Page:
But mocking Hindu Gods is in vogue these days. It has a ‘cool vibe’ attached to it, and you will find enough deracinated Hindus (in name only) in our metro cities to peddle your wares and make a living. With absolute impunity, mediocre ‘artists’ walk all over Hindu epics and slight Hindu deities. Our secular education system and lifestyle has raised an entire generation of rootless, self-hating, West-aping Hindus who form the core of the audience for the likes of Faruqui and Alexander. Add secular law enforcement and intelligentsia to the mix, and closet-Hinduphobes are emboldened to heap ridicule on Hindu Dharma and its revered icons. 

Many on twitter wondered why the Indian comedy scene, mediocre as it is, seems to rely so much on denigrating Hindu Dharma and Hindus. Why aren’t these ‘comics’ trying to take on subjects which are much more taboo in nature, and creating material on communities which are in far greater need of loosening up?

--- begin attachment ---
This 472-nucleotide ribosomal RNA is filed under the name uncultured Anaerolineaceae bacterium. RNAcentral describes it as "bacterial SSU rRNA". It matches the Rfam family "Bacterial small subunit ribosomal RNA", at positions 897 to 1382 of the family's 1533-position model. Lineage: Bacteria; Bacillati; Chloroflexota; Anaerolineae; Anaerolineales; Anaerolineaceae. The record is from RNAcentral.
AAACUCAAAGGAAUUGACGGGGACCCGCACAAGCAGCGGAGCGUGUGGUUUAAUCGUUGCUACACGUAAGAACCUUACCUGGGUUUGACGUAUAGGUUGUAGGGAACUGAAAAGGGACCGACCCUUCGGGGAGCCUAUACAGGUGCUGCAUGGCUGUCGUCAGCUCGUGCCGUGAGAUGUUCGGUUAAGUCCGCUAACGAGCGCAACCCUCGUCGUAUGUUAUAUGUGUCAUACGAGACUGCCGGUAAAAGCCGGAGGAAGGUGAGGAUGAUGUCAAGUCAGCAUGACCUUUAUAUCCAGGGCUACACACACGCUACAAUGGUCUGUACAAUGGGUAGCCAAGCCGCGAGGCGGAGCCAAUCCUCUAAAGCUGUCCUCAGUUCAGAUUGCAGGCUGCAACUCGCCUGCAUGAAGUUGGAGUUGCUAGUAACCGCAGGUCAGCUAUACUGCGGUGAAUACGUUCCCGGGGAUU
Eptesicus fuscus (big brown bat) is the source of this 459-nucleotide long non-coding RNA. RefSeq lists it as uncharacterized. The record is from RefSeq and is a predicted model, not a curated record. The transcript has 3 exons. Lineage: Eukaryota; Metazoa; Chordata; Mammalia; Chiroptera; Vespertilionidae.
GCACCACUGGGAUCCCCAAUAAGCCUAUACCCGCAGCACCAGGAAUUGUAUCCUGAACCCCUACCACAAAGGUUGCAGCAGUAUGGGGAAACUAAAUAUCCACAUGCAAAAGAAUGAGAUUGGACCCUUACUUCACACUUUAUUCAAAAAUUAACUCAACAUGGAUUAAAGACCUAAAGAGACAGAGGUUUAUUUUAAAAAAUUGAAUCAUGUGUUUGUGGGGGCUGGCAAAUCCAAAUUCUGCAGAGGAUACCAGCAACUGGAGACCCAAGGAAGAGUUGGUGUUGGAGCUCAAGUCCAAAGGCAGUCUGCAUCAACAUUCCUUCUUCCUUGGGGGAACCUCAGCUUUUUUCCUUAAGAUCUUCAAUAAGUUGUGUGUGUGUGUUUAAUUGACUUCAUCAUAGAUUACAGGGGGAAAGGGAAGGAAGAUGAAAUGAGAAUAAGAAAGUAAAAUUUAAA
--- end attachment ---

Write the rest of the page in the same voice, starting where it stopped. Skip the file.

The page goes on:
But to be honest, comics are human and will follow the path of least resistance. Making jokes about Islam can easily land you with the same fate as that suffered by Charlie Hebdo magazine staff. And we all remember how the ‘daring’ comics of AIB had to meekly offer an unconditional apology to Catholic Bishops for offending the Church, or how the ‘outspoken’ Bollywood celebrity trio of Farah Khan, Raveen Tandon and Bharti Singh had to tender a grovelling apology to the Catholic Church after they were booked for allegedly hurting Christian sentiments in a TV show.

Many are of the opinion that the only way to tackle this phenomenon is by filing cases against such offenders and getting them arrested. Taking Hindu sentiments for granted has reached unbearable proportions. At least one person has lodged a cyber complaint with Tamil Nadu police against Alexander Babu.

Apart from stand-up comedy, former software engineer Alexander Babu also claims to wear other hats: yoga teacher, musician, theatre person, motivational speaker.